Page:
Ulbricht’s hiring a hit on the guy he thought was selling him out is all he should be held accountable for. What’s that, twenty years? Instead, he’ll never again see freedom in his lifetime.

tqk (profile) says:

Re: Re: Objectively speaking...

Also, if there are so many stoned people higher than a kite on illicit drugs in the world, that makes it tough on governments to find angry people to fight wars globally on all sides.

If only we could get all the jerks who want to start wars stoned permanently, we wouldn’t need to inconvenience the rest.

Padpaw (profile) says:

Re: Disgusting

people have been conditioned to accept whatever the state tells them to do.

9/11 really was a boon to the autocratic authority types. Gave them all the fear they needed to force through previously unpopular and unconstitutional methods for controlling that which they did not like but could not act on.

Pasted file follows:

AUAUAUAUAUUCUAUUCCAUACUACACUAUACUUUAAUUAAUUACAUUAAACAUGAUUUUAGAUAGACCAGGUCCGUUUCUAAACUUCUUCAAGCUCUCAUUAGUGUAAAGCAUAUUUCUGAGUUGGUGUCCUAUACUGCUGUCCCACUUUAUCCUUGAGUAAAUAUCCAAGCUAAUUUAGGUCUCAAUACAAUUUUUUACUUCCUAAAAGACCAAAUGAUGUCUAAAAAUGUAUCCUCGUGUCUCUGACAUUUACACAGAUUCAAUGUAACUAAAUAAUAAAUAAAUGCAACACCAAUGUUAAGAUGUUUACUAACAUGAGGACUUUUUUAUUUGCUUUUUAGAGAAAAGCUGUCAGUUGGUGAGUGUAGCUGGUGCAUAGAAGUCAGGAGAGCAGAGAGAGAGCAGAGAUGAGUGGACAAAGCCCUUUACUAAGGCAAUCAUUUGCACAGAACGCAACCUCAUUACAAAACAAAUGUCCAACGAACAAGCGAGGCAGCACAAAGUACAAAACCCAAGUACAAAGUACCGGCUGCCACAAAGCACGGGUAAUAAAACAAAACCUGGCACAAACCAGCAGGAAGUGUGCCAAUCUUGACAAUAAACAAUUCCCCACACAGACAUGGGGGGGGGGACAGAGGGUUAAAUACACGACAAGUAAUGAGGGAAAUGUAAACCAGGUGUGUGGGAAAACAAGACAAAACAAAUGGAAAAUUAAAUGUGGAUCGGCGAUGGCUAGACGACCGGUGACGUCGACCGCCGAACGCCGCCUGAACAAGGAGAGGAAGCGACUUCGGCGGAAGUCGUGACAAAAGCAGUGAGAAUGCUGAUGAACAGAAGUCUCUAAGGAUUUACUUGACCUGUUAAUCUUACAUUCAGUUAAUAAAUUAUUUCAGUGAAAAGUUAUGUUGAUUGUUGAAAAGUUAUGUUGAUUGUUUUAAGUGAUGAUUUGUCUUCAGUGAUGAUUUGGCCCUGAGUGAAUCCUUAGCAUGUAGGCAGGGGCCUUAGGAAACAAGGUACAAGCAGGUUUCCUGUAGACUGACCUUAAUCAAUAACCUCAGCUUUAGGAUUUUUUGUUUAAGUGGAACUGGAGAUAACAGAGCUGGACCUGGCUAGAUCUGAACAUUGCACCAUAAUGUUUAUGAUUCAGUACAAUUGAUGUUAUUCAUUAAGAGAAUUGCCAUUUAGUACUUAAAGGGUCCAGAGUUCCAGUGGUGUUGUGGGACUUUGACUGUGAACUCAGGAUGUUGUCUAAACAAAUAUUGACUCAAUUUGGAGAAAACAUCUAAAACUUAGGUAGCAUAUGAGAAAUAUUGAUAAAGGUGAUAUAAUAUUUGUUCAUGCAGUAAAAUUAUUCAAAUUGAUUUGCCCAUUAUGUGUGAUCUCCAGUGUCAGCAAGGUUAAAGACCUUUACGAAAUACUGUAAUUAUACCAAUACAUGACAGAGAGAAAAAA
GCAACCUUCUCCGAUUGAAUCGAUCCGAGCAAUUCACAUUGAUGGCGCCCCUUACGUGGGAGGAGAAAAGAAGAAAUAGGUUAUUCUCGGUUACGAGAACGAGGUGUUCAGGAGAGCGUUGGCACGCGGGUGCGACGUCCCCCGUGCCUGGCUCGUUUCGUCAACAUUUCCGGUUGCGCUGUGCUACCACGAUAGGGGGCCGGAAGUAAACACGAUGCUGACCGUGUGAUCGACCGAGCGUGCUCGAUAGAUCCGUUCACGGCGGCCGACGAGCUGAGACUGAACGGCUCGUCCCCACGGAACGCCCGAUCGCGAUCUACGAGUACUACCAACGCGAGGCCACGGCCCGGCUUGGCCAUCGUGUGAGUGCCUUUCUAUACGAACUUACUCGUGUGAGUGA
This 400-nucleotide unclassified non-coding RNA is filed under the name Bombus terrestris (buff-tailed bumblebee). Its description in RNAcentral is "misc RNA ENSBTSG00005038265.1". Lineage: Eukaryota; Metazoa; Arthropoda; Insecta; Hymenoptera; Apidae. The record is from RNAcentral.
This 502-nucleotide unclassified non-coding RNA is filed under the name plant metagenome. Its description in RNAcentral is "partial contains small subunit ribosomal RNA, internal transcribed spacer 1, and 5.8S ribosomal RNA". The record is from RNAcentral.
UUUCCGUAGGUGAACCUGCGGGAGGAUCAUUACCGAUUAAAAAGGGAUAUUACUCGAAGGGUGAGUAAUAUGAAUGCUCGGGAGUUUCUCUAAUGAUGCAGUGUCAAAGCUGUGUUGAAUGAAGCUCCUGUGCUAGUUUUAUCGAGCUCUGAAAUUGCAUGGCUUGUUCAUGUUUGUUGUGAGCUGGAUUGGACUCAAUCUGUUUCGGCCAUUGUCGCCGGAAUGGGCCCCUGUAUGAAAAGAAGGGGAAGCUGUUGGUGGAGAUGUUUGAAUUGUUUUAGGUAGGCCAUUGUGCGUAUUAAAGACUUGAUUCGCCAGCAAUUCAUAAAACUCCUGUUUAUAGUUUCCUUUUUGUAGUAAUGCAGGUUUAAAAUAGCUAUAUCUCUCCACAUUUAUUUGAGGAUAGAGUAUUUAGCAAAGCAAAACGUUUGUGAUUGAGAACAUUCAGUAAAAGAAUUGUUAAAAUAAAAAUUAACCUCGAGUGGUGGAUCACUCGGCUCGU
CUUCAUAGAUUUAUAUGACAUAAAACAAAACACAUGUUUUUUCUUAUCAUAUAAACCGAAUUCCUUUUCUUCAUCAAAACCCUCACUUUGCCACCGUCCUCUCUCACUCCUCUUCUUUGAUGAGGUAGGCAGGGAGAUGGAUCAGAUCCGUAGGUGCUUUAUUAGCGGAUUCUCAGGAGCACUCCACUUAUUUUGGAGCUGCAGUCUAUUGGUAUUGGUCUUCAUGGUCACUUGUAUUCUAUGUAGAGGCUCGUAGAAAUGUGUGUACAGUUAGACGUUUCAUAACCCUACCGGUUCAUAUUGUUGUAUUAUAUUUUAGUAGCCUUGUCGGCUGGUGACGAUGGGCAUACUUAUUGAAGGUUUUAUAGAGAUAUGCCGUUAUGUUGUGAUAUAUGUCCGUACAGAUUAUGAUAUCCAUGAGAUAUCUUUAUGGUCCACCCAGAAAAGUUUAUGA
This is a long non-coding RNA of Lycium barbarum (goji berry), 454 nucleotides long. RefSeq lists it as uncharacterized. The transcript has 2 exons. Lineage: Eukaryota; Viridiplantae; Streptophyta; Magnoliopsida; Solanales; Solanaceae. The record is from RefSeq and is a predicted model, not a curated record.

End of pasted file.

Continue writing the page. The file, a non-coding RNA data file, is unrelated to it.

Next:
This case for example the judge takes the prosecutions word without investigating if they are lying about anything because he probably believes the government is always right, because they only have the interests of the people at heart. he has been conditioned to think like this.

FM Hilton (profile) says:

Legal truth

It’s not indisputable. The defense was gagged at every opportunity. The judge was on the prosecution’s side from the beginning and shot down every attempt to counter with their side, “because drugs.” The judge’s summation is a perfect example

You do realize that this was a federal court, which is funded by the same government which prosecutes these cases?
The judge is naturally going to be on the prosecution’s side because it happens to be the federal government.

Conviction rates in federal court are very impressive..I think something like 99%, far more than any state court does. The government almost never loses a case they bring unless there’s extremely mitigating circumstances..and even then they still get a win.

That’s the way this system works. Ulbricht never stood a chance in hell of not being convicted.

The sentence? I don’t really know if it will deter more from not doing the same, but not everyone lives in the US, either.